CARET’S LISTENING TOUR: University System of Maryland Chancellor Robert Caret will take a four-day bus tour of the state next week to meet with business leaders and government officials and discuss what the system’s institutions have to offer, Daniel Leaderman reports for the Daily Record.. “We want to let people know that we’re listening to them,” Caret said, adding that he hoped to identify areas where the system could be doing more. “It’s an entire week of telling and selling and listening.”
SCHOOLS STEP UP: Tom Hall of WYPR-FM talks about what two of Maryland’s leading institutions — Morgan State University and Johns Hopkins — are doing to address the longstanding problems in the struggling neighborhoods that bore the brunt of the violence during the riots last April.
POOLE CHALLENGES DEMS: For years, Republicans have dominated Washington County politics. D. Bruce Poole, the chairman of the Maryland Democratic Party, has one question: How’s that working out? Now Poole is urging fellow Democrats to “challenge the status quo,” reports Tamela Baker for the Hagerstown Herald Mail.’
SUPER PAC’S O’MALLEY ADS: A super PAC supporting former Gov. Martin O’Malley’s presidential campaign began airing a television advertisement in Iowa on Wednesday — days ahead of the first debate among Democratic candidates. The advertisement, largely introductory, is running on broadcast and cable television statewide through Oct. 12, according to Generation Forward, the political action committee that paid for it, John Fritze of the Sun is writing.
RUBIN RUNNING: John Fritze follows up early stories on the entrance into the race for Rep. Chris Van Hollen’s seat by a former official at the State and Energy departments. Joel Rubin is the seventh candidate to enter the race for the seat being vacated Van Hollen (D-Md.), who is running for the U.S. Senate.
CHAT WITH EDWARDS: In this 25-minute audio interview, Marc Steiner of WEAA-FM talks with U.S. Rep. Donna Edwards of Maryland’s 4th Congressional District about her bid to run for Barbara Mikulski’s seat in the Senate.
CECIL EXEC WON’T SEEK RE-ELECTION: Cecil County Executive Tari Moore announced Wednesday morning that she will not seek a second term as county executive, clearing the path for new leadership in 2016. “After a great deal of thought and prayer, I know clearly God has a different direction intended for me after 2016,” Moore said. “Although I’m not sure what that path will be at this time, I’m excited for what is in store.” Cheryl Mattix reports in the Cecil Whig that Moore’s timing opens the door for other candidates to jump into the race.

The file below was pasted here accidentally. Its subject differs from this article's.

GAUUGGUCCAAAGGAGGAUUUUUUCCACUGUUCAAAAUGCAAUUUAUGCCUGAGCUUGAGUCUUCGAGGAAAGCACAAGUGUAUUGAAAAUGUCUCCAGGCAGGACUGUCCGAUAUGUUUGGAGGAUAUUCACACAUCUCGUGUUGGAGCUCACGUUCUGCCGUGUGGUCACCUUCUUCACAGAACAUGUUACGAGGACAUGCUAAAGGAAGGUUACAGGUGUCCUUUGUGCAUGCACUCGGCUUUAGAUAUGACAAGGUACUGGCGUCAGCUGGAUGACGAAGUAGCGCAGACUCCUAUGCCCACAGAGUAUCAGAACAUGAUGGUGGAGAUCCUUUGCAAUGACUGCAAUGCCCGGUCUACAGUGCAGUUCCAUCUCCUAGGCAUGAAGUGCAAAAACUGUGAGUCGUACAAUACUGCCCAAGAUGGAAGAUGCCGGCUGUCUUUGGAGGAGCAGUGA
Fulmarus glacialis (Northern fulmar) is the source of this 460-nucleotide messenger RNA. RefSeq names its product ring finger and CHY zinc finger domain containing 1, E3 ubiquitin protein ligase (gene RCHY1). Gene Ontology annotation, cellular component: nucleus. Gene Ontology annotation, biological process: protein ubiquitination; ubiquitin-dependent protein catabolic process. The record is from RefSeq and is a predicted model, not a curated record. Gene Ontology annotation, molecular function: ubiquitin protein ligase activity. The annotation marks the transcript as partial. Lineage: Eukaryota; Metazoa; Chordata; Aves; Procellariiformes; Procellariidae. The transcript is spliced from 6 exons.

PERMITTING SLOWDOWN: It’s taking longer to get building permits in Frederick County this year compared with last, but county staff is generally not at fault, according to an independent audit released Tuesday. Council President Bud Otis released the results of the audit, which studied whether the county’s permitting process has slowed under County Executive Jan Gardner. Otis said he had the audit done after he and Councilman Kirby Delauter heard rumblings from builders that it was taking longer to get permits under Gardner, who took office last December. Jen Fifield reports the story for the Frederick News Post.
BUDGET TRANSFER NIXED: The Washington County Board of Commissioners on Tuesday denied a $4.4 million budget transfer requested by the county school system, citing concerns over possible reuses of the money that is being dropped into an unrestricted fund balance. Although the request was denied by a 3-0 vote, the money in the Washington County Board of Education‘s fourth-quarter budget adjustment still will be deposited into the school board’s undesignated fund balance, which serves as the receptacle for excess funds after a fiscal year ends, CJ Lovelace reports in the Hagerstown Herald Mail.